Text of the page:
We have experts in a wide range of specialties who are experienced in giving evidence in cases of employment law
Employment litigation is often complex, and it is important to identify whether an expert witness may be helpful in a particular case. At expert court reports we can help you to ascertain which expert witnesses may be necessary and the role that expert evidence has in complex cases of employment law.
What issues do our experts typically address?
Expert witnesses may be necessary for many reasons in cases of employment litigation. This is particularly the case when there is a dispute regarding damages.
If you are representing an employee who has been dismissed in the context of whistleblowing, they may have a reasonable claim for unfair dismissal. Expert evidence may be helpful in order to establish whether the organisation was engaged in unsafe practice. Experts in care consultancy have a high level of experience in the standards required by providers to meet the needs of the specific regulatory body. This means that they have the knowledge and experience necessary to be able to give expert evidence on whether a service has met the necessary requirements for safety and care.
Expert evidence is likely to be required in cases where it is alleged that an individual has been the subject of discrimination on the basis of a characteristic that is protected by the Equality Act 2010 such as sex, sexual orientation, race or disability.
In cases where discrimination is being alleged on the grounds of disability, an expert may be instructed to assess an employee to assist the employment tribunal in concluding whether the individual has a disability under section 6(1) of the Equality Act 2010. The specialism of the expert who should be instructed will depend on the nature of the disability. For example, in cases of spinal injury or chronic back pain it may be appropriate to instruct an orthopaedic surgeon, pain specialist, or general practitioner. A physiotherapy expert will be able to provide evidence on the extent of impairment an injury has caused, and an expert in occupational therapy can give guidance on what alterations have been necessary to the individual’s day to day life for them to be able to complete activities of daily living. This can help to ascertain the nature and severity of the impairment.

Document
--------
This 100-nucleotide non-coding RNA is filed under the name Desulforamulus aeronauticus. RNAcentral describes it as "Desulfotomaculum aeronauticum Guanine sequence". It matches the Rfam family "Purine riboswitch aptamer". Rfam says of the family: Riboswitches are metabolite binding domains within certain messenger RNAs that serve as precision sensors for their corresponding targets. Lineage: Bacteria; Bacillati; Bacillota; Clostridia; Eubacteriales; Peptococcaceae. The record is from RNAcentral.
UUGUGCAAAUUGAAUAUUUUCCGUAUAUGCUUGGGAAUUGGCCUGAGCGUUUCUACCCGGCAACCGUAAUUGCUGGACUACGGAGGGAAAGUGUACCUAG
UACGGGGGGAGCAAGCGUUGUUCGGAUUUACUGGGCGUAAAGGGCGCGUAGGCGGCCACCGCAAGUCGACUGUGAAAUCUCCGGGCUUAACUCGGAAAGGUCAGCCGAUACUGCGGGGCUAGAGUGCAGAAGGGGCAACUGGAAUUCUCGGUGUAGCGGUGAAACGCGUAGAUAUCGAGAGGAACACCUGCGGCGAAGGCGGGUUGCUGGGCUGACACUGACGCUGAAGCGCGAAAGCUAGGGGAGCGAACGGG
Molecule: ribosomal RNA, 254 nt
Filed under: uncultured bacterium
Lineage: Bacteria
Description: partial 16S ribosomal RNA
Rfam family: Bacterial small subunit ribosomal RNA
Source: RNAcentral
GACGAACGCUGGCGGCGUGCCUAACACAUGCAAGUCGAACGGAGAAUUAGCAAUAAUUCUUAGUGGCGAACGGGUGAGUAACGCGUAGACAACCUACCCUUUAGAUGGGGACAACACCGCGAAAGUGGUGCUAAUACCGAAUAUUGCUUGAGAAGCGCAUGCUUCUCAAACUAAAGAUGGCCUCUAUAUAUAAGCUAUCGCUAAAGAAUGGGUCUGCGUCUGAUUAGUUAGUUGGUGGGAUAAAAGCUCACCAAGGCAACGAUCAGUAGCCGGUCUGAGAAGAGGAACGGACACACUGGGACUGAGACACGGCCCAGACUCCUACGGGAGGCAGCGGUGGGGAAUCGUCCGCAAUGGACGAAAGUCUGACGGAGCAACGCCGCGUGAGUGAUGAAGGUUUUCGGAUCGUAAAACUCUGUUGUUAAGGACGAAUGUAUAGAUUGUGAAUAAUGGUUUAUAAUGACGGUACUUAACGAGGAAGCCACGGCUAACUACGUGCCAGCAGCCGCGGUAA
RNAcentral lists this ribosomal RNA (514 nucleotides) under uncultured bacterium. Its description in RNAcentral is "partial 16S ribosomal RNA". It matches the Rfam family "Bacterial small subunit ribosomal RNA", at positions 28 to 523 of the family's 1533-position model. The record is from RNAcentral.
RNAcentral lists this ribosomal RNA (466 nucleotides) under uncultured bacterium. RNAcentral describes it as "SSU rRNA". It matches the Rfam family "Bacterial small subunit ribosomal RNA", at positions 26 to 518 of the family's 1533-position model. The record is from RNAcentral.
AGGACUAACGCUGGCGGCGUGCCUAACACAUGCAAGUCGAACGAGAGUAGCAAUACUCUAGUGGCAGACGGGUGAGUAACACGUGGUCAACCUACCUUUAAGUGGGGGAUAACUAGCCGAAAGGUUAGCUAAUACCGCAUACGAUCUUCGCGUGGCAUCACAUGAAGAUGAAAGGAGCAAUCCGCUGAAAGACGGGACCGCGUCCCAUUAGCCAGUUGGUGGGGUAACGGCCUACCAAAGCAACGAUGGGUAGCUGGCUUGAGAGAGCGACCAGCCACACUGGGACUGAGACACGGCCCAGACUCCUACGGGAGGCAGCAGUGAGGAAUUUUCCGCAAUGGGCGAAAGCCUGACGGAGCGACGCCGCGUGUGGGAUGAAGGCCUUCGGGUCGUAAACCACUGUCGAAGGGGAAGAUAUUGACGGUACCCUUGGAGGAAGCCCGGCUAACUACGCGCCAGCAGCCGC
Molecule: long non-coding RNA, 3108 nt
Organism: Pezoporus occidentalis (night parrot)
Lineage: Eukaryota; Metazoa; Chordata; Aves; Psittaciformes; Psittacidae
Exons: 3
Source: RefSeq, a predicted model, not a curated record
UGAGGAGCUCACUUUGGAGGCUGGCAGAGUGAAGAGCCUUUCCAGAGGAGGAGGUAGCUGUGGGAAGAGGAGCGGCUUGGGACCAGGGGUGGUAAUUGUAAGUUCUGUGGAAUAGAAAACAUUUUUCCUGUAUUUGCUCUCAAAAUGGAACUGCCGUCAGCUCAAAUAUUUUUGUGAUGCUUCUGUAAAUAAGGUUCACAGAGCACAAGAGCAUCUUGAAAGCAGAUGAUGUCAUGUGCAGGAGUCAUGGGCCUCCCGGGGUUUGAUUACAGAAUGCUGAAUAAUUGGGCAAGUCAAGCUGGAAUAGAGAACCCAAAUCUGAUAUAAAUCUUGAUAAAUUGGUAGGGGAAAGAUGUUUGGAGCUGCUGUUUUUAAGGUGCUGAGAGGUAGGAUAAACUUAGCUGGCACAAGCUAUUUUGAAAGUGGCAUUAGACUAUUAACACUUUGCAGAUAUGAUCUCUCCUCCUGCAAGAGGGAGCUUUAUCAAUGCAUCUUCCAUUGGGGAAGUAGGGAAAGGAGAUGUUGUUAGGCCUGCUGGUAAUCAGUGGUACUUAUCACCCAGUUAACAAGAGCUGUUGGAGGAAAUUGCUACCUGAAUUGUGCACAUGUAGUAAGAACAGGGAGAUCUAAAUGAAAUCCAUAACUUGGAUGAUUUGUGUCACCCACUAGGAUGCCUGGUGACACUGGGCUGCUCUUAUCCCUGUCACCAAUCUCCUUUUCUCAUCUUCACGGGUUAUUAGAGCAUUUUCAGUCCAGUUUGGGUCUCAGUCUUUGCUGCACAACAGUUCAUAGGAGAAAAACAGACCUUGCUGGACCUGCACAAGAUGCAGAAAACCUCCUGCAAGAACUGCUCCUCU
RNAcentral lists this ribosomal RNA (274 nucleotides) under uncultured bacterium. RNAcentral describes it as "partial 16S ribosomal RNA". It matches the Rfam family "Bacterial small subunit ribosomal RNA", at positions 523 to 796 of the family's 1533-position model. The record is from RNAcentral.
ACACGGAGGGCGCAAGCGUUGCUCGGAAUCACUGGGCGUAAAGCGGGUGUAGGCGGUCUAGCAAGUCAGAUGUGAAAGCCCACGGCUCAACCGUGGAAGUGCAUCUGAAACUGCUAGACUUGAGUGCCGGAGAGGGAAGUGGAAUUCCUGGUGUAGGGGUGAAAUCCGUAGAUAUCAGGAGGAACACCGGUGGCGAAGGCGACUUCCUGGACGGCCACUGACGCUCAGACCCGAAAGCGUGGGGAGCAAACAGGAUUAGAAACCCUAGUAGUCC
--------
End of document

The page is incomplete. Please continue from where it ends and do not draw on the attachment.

Our psychiatrists are regularly instructed to assess whether an employee’s mental impairment has a substantial and long-term adverse effect on the their ability to carry out normal day-to-day activities and may therefore be considered a disability. In other cases, a psychiatrist or psychologist may be instructed to address the issue of psychiatric damage. This is essentially the extent of psychiatric harm which may have been caused by the employer. This could be in the context of discrimination, severance or grievance. Although causation is a matter for the court to decide, experts often give evidence on whether an incident such as discrimination leading to unfair dismissal is the likely origin of a mental disorder, or whether it may have occurred anyway. In cases where such damage has occurred, expert evidence can be helpful for the court when determining quantum.
In cases where an individual’s health is affected by inappropriate conditions at work, or where their work performance is compromised by an impairment or disability, an expert may be asked to provide evidence on what reasonable adjustments could be made in order for the person to be able to work safely and maintain necessary standards. Our experts in occupational health are regularly instructed in this matter. Occupational health experts have extensive experience in working with individuals to ascertain whether they are safe to continue working in the current environment in the context of their health and what reasonable adjustments are needed to enable this.